Researching Gfhd? Google can help

September 6th, 2006

Google newsWhat does everyone do when there’s a new search service? They do an “ego search”. I was surprised at how many hits the new Google News Archive service found for my surname, which is relatively uncommon. Here’s the snippet from an article from the August 10, 1843 edition of The Ohio Repository:

The Ohio Repository (Newspaper) – August 10, 1843, Canton, Ohio
Subscription – Ohio Repository – NewspaperArchive – Aug 10, 1843
… 111 in lli u is di us pd fiom the iliingp ol ilio Ihc second hfi ih it hiiisls ftuth m spnno m Oh nppiiintlj do id, ind finin iht shidnss- IOE; foi lli, …
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I didn’t even know I had ancestors in Ohio! If I weren’t so cheap I’d buy access to the article to see what they were up to. I hope it didn’t involve an arrest.

It seems like many of the documents in news archives were scanned poorly and are unusable. I tried entering a query consisting of a random, meaningless four-letter sequence, GFHD, and got eleven results, like this one:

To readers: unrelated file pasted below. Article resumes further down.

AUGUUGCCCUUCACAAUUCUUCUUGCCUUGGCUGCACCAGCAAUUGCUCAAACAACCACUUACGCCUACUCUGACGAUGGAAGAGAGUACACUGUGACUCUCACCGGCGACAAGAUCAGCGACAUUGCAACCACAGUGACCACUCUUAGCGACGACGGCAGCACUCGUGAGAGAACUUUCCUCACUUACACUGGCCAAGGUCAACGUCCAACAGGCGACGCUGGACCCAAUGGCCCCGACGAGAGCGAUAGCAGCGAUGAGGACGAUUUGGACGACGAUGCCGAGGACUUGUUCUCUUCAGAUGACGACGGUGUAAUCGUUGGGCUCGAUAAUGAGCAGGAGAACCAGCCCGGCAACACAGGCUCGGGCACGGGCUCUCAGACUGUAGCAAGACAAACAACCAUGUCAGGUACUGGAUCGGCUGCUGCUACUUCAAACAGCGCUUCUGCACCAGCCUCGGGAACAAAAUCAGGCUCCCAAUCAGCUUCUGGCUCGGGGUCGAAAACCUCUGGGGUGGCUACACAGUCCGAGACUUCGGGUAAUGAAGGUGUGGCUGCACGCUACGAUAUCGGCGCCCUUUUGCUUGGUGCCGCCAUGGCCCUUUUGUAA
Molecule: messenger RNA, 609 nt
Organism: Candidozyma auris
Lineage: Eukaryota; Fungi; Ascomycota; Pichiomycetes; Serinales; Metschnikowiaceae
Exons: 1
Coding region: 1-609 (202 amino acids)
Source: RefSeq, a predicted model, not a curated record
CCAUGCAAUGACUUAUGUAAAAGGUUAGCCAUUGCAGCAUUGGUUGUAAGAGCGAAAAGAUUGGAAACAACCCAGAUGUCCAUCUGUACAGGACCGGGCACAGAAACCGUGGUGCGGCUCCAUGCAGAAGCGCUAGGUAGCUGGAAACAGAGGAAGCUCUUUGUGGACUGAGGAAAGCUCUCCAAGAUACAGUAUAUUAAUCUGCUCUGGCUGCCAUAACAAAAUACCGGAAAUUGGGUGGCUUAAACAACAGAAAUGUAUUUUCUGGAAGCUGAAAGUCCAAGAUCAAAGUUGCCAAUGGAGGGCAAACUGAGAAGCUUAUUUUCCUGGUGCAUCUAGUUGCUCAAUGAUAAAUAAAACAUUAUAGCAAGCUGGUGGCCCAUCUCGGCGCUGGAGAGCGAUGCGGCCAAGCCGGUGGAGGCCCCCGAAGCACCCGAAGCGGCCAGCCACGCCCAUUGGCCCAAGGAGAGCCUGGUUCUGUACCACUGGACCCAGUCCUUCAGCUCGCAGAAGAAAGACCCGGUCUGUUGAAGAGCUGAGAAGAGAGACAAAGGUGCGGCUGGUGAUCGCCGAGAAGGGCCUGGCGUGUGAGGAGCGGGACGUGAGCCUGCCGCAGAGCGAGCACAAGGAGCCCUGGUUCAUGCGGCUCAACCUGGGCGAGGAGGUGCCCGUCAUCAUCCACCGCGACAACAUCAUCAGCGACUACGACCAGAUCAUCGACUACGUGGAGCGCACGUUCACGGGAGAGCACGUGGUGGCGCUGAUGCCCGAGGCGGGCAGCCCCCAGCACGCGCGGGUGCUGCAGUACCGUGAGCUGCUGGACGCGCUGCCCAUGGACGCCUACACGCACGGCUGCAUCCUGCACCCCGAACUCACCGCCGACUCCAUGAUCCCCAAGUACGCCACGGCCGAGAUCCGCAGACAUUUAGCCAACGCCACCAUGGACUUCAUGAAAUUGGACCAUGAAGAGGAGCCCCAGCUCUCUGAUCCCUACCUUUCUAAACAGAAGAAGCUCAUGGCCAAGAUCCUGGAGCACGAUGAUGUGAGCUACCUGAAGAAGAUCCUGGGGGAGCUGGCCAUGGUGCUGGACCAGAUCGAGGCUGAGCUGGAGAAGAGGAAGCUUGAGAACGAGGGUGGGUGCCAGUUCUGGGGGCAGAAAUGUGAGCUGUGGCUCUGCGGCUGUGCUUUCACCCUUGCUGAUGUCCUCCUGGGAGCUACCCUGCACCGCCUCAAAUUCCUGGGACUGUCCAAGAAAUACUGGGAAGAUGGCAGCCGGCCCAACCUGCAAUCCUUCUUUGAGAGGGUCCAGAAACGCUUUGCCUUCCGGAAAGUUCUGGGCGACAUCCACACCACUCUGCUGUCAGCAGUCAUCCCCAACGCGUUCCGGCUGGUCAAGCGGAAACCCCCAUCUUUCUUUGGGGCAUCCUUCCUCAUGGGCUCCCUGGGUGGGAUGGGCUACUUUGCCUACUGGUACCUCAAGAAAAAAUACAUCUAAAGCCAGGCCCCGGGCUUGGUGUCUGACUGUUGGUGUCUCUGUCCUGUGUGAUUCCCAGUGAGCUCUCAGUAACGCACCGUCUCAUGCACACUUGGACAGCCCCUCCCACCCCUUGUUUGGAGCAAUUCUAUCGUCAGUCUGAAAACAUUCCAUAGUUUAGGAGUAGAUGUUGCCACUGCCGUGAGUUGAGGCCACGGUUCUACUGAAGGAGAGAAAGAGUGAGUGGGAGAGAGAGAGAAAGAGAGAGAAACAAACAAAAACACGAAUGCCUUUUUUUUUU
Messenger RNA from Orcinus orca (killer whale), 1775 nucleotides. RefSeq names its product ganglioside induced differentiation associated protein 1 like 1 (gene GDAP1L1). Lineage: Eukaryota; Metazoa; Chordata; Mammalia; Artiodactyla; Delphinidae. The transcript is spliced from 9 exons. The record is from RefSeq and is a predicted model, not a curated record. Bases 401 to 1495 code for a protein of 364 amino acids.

The Fitchburg Sentinel (Newspaper) – July 3, 1901, Fitchburg …
Subscription – Fitchburg Sentinel – NewspaperArchive – Jul 3, 1901
F. MarrUm has an oflioe at tbe GfHd 09 tht tHutilttit oamp jwd will twtt if Urar if. Run u4 famtly of IterjtN IMMjJIfc BRAVING SPION KOP. …
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This isn’t Google’s fault, of course. But, I wonder what fraction of the scanned in content from newspapers and magazines is unusable because of poor quality scanning? I suspect that smaller collections are more likely to suffer from this problem. Will their content owners be motivated to go back and rescan their collections? Maybe easy search services like Google’s will make it worth their while to do so.